Abstract

Abstract 2598

Background:

After initial induction chemotherapy for acute myeloid leukemia (AML), it is commonplace that reinduction or intensified therapy is not indicated if the bone marrow has <5% blasts, even despite persistently low neutrophil (ANC) and/or platelet counts. This practice suggests that complete remission (CR), i.e. ANC >1000/μl and platelet count >100,000/μl per standard criteria (Cheson BD, et al. J Clin Oncol. 1990;8(5):813-9), might still occur and that the lack of blood count recovery may not bear prognostic significance. However, the time to CR after the first induction has been shown to be inversely related to subsequent duration of disease-free survival (DFS) and survival (OS), independent of age, treatment, and cytogenetics (Estey EH, et al. Blood. 2000;95(1):72-7). Additionally, the level of ANC and platelet recovery at time of CR is prognostic, with significantly better DFS among patients with higher counts (Yanada M, et al. Leuk Res. 2008;32(10):1505-9). Newly-diagnosed AML patients often present with below normal neutrophil and platelet counts, suggesting that persistence of such cytopenias after induction may be a clinical indicator of minimal residual disease (MRD) in the marrow. We therefore examined whether blood count recovery affected the probability of subsequent CR in patients with <5% bone marrow blasts.

Methods:

We included 85 patients who, by day 21 or thereafter of induction therapy for newly-diagnosed AML, had not met blood count criteria for CR despite a bone marrow in the prior week with <5% blasts by morphology. Patients were classified by type of induction therapy based on cytarabine dosing. G-CSF was not systematically administered. Marrows were planned for day 21 after chemotherapy and/or weekly thereafter to assess for disease status and evidence of marrow recovery. Because patients were often managed as outpatients, counts and marrows were not uniformly available and thus “day 28” included days 21–28, “day 35” included days 29–35, etc. If a patient had more than one marrow evaluation after day 21, we included only the first one.

Results:

Overall cohort CR rate was 64%. Eventual CR rate was significantly affected by platelet count, with 44% eventual CR for patients with platelets <30,000, 66% CR for platelets 30,000–100,000, and 95% CR for platelets >100,000. The effect of ANC recovery on eventual CR was less dramatic, with an OR 0.4 (0.2–1.0, p=0.049), for ANC <0.1 vs. >0.1 in the univariate analysis. By day 28, patients with either ANC or platelet recovery were significantly more likely to obtain CR than patients with neither count recovery (89% vs. 51%), OR 8.05 (2.2–30, p=0.002). In the multivariate analysis, (a) lack of platelet recovery to >30,000 was associated with significantly lower incidence of CR, OR 0.26 (0.1–0.8, p=0.02), and was independent of cytogenetic risk, antecedent hematologic disorder, and induction regimen, and (b) there was a suggested association between earlier count recovery and CR (>28 days vs. day 21–28), OR 0.31 (0.1–1.0, p=0.051).

Conclusion:

Persistence of low peripheral blood counts, despite the presence of <5% bone marrow blasts, is predictive of low eventual CR rates after induction chemotherapy. These results suggest that initiation of further and possibly different therapy, rather than continued observation, should be investigated in this setting.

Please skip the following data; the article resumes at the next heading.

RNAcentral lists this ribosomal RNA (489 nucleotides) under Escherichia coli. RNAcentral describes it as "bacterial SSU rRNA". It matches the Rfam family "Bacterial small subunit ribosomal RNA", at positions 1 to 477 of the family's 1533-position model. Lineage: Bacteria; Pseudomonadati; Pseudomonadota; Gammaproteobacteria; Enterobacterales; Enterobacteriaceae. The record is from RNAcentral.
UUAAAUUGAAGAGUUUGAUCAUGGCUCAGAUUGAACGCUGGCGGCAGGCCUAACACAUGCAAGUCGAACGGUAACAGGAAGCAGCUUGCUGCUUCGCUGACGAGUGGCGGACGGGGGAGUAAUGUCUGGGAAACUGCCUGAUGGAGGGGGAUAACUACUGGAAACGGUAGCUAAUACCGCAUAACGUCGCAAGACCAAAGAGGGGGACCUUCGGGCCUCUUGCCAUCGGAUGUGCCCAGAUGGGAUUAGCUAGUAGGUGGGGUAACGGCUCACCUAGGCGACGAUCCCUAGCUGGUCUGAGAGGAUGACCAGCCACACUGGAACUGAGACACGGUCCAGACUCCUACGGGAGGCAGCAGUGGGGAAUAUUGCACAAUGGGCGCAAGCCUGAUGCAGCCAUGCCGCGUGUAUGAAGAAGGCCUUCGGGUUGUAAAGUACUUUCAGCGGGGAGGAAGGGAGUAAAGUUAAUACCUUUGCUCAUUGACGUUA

DemographicNo.No. CR, %
Patients, No. 85 54 (64%) 
Median age, years 54 (range 20-81)  
Cytogenetics   
    Inv16 or t(8;21) 7 (88%) 
    Intermediate 44 25 (57%) 
    Monosomal karyotype 17 10 (59%) 
    Other unfavorable 16 12 (75%) 
Type of AML   
    De novo AML 44 31 (70%) 
    Secondary AML 41 23 (56%) 
Induction Regimen   
    Low-dose cytarabine 
    Standard-dose cytarabine 56 37 (66%) 
    High-dose cytarabine 18 13 (72%) 
    Treatment without cytarabine 4 (57%) 
Day of marrow <5% blasts Platelets <30, CR(%) Platelets 30-100, CR(%) Platelets >100, CR(%) ANC <0.1, CR(%) ANC 0.1-0.5, CR(%) ANC 0.5-1.0, CR(%) ANC >1.0, CR(%) Total Patients, CR(%) 
21-28 15,7 (47%) 12,9 (75%) 15,15 (100%) 18,10 (56%) 14,13 (93%) 3,2 (67%) 7,6 (86%) 42,31 (74%) 
29-35 14,6 (43%) 12,5 (42%) 4,3 (75%) 17,8 (47%) 8,3 (38%) 1,0 (0%) 4,3 (75%) 30,14 (47%) 
36-42 4,1 (25%) 5,5 (100%) 3,2 (67%) 3,3 (100%) 3,1 (33%) 9,6 (67%) 
>42 3,2 (67%) 1,1 (100%) 2,1 (50%) 1,1 (100%) 1,1 (100%) 4,3 (75%) 
Totals 36,16 (44%) 29,19 (66%) 20,19 (95%) 40,21 (53%) 26,20 (77%) 5,3 (60%) 14,10 (71%) 85,54 (64%) 
DemographicNo.No. CR, %
Patients, No. 85 54 (64%) 
Median age, years 54 (range 20-81)  
Cytogenetics   
    Inv16 or t(8;21) 7 (88%) 
    Intermediate 44 25 (57%) 
    Monosomal karyotype 17 10 (59%) 
    Other unfavorable 16 12 (75%) 
Type of AML   
    De novo AML 44 31 (70%) 
    Secondary AML 41 23 (56%) 
Induction Regimen   
    Low-dose cytarabine 
    Standard-dose cytarabine 56 37 (66%) 
    High-dose cytarabine 18 13 (72%) 
    Treatment without cytarabine 4 (57%) 
Day of marrow <5% blasts Platelets <30, CR(%) Platelets 30-100, CR(%) Platelets >100, CR(%) ANC <0.1, CR(%) ANC 0.1-0.5, CR(%) ANC 0.5-1.0, CR(%) ANC >1.0, CR(%) Total Patients, CR(%) 
21-28 15,7 (47%) 12,9 (75%) 15,15 (100%) 18,10 (56%) 14,13 (93%) 3,2 (67%) 7,6 (86%) 42,31 (74%) 
29-35 14,6 (43%) 12,5 (42%) 4,3 (75%) 17,8 (47%) 8,3 (38%) 1,0 (0%) 4,3 (75%) 30,14 (47%) 
36-42 4,1 (25%) 5,5 (100%) 3,2 (67%) 3,3 (100%) 3,1 (33%) 9,6 (67%) 
>42 3,2 (67%) 1,1 (100%) 2,1 (50%) 1,1 (100%) 1,1 (100%) 4,3 (75%) 
Totals 36,16 (44%) 29,19 (66%) 20,19 (95%) 40,21 (53%) 26,20 (77%) 5,3 (60%) 14,10 (71%) 85,54 (64%) 
Disclosures:

Becker:Sanofi: Research Funding.

Author notes

*

Asterisk with author names denotes non-ASH members.